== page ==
The Conservative Crack-Up Part II

Conservative Thinking in Today’s Politics and Punditry

The modern Conservative Movement has its roots in folks like Russell Kirk and William F Buckley. Their work was heavily influenced by the work of Edmund Burke. Like Burke, they sought to strike a logical balance between liberty and authority.

Kirk and Buckley were not alone. The Conservative Movement 50 years ago was a dazzling panoply of strategic thinkers, moralists, and idealists. It was a melding of a top-down/bottom-up movement. They built the foundation of the present Conservative Movement in an uncompromising fashion. They built the foundation for the rise of Ronald Reagan. While looking over the current political landscape, this foundation is being gutted by compromise and petulance. It is the sign of moral indifference and intellectual laziness.

I posit the Conservative Movement has broken into two significant groups: those who want to build/rebuild a conservative foundation on the local/state level and those who want to gain/maintain power in Washington DC. The former want change from the bottom-up. The latter promise a top-down change to begin from DC. It is the classic battle between the idealists and the status quo. This is inherently a battle of the Tea Party against the Establishment; where neither can co-exist without the other. The Tea Party won an impressive battle in the election of 2010. It not only helped the GOP capture the US House but also various state legislatures, state and local offices. It was a tremendous rebuke for Obama and the Democrats. The political future going forward looks bright. All that could change in 2012.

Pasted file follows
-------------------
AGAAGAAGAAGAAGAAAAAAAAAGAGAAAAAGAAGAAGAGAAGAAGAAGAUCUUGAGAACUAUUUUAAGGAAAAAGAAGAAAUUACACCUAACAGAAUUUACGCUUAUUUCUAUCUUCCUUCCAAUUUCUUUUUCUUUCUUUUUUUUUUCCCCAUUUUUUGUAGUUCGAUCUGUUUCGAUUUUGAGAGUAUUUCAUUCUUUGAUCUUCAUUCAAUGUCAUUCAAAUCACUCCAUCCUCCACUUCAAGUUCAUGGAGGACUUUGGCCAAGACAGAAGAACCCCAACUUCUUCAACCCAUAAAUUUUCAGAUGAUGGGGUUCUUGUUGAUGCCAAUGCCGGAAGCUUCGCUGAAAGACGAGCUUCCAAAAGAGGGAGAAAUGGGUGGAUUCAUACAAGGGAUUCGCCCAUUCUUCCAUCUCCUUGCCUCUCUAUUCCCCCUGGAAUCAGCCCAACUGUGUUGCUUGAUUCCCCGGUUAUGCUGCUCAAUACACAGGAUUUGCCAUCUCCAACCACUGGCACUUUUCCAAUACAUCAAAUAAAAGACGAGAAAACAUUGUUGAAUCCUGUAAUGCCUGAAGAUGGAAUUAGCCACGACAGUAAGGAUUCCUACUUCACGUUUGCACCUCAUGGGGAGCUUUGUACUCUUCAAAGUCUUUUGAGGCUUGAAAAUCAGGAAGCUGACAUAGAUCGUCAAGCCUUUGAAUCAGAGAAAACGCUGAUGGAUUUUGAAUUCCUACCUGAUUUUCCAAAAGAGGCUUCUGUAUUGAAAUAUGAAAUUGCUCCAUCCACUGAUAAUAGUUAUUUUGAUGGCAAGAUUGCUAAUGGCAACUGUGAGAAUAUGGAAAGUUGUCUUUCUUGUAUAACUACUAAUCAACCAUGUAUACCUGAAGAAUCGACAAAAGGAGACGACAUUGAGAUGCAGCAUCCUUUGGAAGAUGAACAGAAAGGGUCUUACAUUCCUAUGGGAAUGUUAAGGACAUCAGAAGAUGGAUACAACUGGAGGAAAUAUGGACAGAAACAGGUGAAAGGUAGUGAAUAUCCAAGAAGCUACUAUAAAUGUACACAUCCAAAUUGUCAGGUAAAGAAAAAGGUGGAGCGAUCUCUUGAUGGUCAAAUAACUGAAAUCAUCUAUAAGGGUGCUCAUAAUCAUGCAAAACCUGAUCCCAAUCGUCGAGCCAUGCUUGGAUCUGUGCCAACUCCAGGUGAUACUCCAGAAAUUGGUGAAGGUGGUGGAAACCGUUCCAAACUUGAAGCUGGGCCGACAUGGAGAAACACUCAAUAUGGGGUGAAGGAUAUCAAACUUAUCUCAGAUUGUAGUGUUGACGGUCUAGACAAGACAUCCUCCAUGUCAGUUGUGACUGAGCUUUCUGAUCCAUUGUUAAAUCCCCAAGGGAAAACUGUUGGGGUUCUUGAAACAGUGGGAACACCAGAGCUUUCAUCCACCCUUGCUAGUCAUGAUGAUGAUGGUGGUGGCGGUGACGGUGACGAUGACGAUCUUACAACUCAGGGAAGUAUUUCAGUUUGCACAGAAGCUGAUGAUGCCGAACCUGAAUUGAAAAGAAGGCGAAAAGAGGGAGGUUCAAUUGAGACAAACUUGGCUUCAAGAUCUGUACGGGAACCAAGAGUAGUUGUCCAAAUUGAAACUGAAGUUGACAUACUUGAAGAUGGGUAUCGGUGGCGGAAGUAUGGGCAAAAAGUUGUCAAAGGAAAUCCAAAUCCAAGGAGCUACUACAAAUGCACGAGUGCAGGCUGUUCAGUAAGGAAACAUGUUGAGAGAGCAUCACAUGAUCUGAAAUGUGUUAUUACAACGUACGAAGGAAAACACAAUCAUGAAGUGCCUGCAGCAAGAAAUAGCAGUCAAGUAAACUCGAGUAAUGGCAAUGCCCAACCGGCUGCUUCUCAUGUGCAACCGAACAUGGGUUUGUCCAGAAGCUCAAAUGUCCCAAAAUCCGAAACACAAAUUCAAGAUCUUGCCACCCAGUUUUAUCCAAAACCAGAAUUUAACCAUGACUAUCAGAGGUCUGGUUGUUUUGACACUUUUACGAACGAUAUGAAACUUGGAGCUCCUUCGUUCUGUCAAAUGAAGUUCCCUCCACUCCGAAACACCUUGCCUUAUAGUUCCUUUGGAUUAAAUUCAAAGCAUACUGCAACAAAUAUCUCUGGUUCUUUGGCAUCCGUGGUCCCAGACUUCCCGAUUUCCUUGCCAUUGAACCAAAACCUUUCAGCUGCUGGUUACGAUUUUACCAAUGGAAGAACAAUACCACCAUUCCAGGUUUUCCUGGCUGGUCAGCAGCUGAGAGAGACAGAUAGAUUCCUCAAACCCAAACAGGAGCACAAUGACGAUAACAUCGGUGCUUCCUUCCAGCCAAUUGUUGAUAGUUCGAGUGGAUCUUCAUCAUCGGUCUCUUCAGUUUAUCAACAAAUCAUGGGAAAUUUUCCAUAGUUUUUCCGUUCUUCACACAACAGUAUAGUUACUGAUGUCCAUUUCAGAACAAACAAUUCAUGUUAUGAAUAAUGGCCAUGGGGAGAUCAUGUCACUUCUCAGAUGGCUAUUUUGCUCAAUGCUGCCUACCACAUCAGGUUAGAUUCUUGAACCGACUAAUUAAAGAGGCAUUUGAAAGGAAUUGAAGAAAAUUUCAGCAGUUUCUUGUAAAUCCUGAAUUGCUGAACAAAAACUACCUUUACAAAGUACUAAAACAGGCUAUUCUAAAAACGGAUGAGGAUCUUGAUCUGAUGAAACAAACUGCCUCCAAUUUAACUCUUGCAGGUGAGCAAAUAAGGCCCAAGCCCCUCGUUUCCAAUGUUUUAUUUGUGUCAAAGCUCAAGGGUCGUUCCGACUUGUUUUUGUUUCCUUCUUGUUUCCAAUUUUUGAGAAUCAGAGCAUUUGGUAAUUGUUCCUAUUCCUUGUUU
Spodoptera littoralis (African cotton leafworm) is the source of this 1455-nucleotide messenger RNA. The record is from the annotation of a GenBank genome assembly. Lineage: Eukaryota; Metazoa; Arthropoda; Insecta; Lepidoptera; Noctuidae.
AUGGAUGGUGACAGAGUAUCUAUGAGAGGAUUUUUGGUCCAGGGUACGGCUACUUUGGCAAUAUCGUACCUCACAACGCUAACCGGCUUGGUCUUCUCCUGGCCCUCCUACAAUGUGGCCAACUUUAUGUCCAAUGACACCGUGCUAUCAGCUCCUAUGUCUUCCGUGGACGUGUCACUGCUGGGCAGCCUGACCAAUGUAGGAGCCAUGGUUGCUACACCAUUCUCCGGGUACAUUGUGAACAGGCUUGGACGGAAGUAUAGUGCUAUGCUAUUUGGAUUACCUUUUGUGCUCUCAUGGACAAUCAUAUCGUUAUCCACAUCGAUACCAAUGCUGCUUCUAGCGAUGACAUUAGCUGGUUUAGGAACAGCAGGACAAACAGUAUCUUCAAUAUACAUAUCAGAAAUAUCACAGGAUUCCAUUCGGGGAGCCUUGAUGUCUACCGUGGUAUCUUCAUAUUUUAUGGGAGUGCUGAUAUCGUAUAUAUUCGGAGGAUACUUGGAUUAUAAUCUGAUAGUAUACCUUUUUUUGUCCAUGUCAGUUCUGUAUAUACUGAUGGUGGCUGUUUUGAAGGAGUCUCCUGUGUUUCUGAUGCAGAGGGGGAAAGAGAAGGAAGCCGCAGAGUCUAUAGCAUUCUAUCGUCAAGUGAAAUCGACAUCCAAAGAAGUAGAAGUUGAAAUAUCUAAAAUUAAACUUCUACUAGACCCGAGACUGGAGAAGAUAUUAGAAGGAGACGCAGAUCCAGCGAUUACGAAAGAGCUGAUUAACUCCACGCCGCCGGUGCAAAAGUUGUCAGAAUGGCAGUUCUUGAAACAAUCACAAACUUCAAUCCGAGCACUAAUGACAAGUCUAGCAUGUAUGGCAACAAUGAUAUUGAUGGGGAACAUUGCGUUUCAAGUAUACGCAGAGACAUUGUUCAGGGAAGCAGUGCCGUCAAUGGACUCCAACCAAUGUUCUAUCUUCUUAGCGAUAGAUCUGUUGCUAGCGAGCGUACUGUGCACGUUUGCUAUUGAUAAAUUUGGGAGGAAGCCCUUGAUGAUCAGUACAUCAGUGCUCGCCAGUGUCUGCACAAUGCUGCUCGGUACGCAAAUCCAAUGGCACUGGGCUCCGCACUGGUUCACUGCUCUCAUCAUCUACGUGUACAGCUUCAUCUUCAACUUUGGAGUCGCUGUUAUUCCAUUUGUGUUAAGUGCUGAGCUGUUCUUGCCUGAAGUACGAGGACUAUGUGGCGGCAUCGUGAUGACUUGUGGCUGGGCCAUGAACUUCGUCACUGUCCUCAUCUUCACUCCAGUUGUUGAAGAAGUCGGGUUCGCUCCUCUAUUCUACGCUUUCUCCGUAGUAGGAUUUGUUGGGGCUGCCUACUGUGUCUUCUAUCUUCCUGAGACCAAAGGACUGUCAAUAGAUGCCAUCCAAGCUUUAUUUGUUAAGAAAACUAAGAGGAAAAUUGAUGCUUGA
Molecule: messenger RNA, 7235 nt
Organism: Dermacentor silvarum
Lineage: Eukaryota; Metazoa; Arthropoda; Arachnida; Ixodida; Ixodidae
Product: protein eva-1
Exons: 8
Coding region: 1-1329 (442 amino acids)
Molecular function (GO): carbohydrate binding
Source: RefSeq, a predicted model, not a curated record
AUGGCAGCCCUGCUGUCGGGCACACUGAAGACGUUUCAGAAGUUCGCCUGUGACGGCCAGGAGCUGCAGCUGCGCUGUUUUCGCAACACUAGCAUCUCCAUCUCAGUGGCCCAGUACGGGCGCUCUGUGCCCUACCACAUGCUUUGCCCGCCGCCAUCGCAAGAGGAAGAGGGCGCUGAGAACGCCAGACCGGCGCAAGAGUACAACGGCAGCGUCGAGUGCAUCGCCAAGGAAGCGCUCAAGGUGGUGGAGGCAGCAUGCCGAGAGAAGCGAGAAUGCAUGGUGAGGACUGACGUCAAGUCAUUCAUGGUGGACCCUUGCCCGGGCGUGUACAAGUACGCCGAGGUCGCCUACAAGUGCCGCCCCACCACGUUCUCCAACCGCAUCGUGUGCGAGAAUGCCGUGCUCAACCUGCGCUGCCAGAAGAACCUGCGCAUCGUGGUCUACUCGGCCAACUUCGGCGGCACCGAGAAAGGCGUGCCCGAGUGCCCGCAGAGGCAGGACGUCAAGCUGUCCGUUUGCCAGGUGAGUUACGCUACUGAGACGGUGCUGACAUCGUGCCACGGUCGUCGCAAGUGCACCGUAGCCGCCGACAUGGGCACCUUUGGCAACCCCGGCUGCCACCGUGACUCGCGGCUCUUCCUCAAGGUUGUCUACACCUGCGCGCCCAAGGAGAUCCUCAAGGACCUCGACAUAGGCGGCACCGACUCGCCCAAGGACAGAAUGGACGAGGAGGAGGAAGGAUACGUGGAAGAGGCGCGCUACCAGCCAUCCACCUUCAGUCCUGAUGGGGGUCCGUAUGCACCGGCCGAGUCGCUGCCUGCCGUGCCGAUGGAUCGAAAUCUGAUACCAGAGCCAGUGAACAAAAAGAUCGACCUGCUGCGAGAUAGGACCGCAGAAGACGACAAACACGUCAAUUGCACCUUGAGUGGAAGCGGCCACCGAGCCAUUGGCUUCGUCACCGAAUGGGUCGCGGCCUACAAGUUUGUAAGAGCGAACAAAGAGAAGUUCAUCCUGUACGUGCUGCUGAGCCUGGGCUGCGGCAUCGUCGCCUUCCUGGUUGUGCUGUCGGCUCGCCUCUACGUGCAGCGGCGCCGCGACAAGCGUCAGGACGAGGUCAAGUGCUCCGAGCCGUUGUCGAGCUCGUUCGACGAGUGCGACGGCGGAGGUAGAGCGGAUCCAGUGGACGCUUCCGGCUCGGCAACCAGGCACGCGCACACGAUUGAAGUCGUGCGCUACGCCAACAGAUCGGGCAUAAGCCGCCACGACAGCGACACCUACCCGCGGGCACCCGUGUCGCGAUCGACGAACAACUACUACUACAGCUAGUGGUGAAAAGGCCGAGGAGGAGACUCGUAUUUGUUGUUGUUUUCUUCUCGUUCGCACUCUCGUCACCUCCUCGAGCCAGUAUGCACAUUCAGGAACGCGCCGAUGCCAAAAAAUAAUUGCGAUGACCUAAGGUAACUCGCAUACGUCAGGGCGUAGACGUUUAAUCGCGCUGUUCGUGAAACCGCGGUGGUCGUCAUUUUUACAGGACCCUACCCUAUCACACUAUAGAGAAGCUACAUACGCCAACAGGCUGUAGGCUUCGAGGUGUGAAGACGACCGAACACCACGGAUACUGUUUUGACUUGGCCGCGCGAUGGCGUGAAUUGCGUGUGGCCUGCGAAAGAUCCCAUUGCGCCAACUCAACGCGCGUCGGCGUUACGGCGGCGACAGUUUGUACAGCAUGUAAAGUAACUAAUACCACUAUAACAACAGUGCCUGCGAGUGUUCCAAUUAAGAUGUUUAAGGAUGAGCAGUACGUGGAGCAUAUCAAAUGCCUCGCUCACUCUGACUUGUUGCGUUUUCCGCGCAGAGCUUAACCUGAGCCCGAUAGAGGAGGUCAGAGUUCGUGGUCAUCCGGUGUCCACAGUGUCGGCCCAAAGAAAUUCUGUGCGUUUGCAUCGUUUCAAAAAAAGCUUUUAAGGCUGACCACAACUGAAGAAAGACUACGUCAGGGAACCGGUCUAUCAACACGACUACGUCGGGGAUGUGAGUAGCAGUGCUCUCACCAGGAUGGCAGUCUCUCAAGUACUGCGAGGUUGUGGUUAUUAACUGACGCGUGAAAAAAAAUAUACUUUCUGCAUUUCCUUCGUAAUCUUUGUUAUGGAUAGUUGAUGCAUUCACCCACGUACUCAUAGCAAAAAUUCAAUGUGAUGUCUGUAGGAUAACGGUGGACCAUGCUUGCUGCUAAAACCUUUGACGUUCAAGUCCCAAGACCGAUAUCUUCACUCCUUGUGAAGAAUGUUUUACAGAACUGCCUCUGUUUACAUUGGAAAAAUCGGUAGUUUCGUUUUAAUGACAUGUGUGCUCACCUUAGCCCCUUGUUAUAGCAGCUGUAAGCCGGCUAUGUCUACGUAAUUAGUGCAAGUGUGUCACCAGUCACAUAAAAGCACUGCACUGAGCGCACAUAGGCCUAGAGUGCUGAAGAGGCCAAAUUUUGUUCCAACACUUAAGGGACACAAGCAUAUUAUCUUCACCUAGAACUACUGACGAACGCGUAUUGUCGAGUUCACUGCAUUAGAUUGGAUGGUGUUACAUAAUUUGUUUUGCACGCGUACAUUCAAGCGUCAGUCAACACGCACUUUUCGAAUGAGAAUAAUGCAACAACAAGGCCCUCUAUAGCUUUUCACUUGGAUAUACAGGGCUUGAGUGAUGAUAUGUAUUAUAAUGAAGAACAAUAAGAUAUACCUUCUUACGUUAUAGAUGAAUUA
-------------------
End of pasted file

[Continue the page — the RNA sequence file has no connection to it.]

The presidential race of 2012 is extremely important for a couple of reasons; mainly, the continuation of the Tea Party and the end of the Obama rule by fiat. To that end, it is important that the right candidate win the GOP nomination.

For the most part, this primary race is between the contenders, the pretenders, and the never was. In many ways, it is a dog and pony show. At this moment, the presumed frontrunners are Gingrich and Romney. Both are technocrats; Gingrich being the governmental technocrat and Romney being the economic technocrat. Both are anathema to the interests of the Tea Party. Huntsman is a combination of both government and economic technocrat while the erstwhile Herman Cain was an economic technocrat. All four portray themselves to be ’outsiders’ and friends of the Tea Party but they are not. All four have promised change but their record is dismal to nonexistent. A nomination win by any of the four would be the end of the Tea Party. I will add that Michele Bachmann is nothing more than a Tea Party show horse with just as dismal to nonexistent record.